Why do you think it has?

Well, it's a story of friendship and hope. And love, really! This growing sense of affection between these two men, in a completely nightmarish place, and the triumph of that, over the corruption and deliberate cruelty of the place. I think that spoke to people, of hope. I'm not exactly sure why it holds such a special place, but it does, and maybe that's it. People tell me, "I watched that movie with my father when he was sick" or "We watch that movie once a month!" I think it just speaks so eloquently to love.

I would be remiss if I did not talk to you a little bit about what may be your most iconic role, The Grim Reaper, which you'll be returning to soon in Bill & Ted Face The Music. People are insanely excited for this movie.

I know! I worry that the anticipation is so great that there's no way on Earth that it can live up to their expectations.

They were trying to get this movie off the ground for years and it kept stalling out right before crossing the starting line. Were you privy to all that back and forth?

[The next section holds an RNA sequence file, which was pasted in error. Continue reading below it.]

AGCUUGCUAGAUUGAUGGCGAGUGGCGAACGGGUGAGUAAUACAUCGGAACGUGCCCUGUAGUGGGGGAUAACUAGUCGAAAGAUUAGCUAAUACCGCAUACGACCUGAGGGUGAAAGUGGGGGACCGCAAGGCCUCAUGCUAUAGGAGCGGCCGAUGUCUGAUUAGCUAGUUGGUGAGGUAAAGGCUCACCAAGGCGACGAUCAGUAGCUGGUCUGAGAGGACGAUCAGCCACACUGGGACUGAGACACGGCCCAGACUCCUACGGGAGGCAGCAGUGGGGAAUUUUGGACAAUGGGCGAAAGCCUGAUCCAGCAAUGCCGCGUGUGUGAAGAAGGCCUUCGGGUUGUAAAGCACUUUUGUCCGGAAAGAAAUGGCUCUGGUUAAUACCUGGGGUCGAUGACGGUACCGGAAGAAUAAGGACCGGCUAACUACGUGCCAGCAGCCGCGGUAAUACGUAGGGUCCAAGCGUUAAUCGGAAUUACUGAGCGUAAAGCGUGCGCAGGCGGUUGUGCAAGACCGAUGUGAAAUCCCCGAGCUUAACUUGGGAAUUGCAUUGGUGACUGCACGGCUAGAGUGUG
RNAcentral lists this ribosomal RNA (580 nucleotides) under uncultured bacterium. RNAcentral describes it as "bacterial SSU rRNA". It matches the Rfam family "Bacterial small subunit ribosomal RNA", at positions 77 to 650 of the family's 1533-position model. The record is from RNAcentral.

I wasn't directly involved in any of those conversations, no. I would hear about it, certainly. Ed Solomon, one of the writers, contacted me years ago and said, "Hey, I'm writing the Reaper into Bill & Ted 3, would you be interested?" And I said, "Of course I would!" So I was very excited to be asked back, once it got off the ground.

Well, we're all excited, too.

Thank you! And I'm excited to see it. Y'know, the Reaper isn't all the way through it, like he is in Bogus Journey. So there's a bunch of this movie that I wasn't even there for the filming of. But I love the script and I know what Alex [Winter] and Keanu [Reeves] are capable of, so I'm as jazzed to see it as everyone else.

(Note: Header photo by Eliana Pires)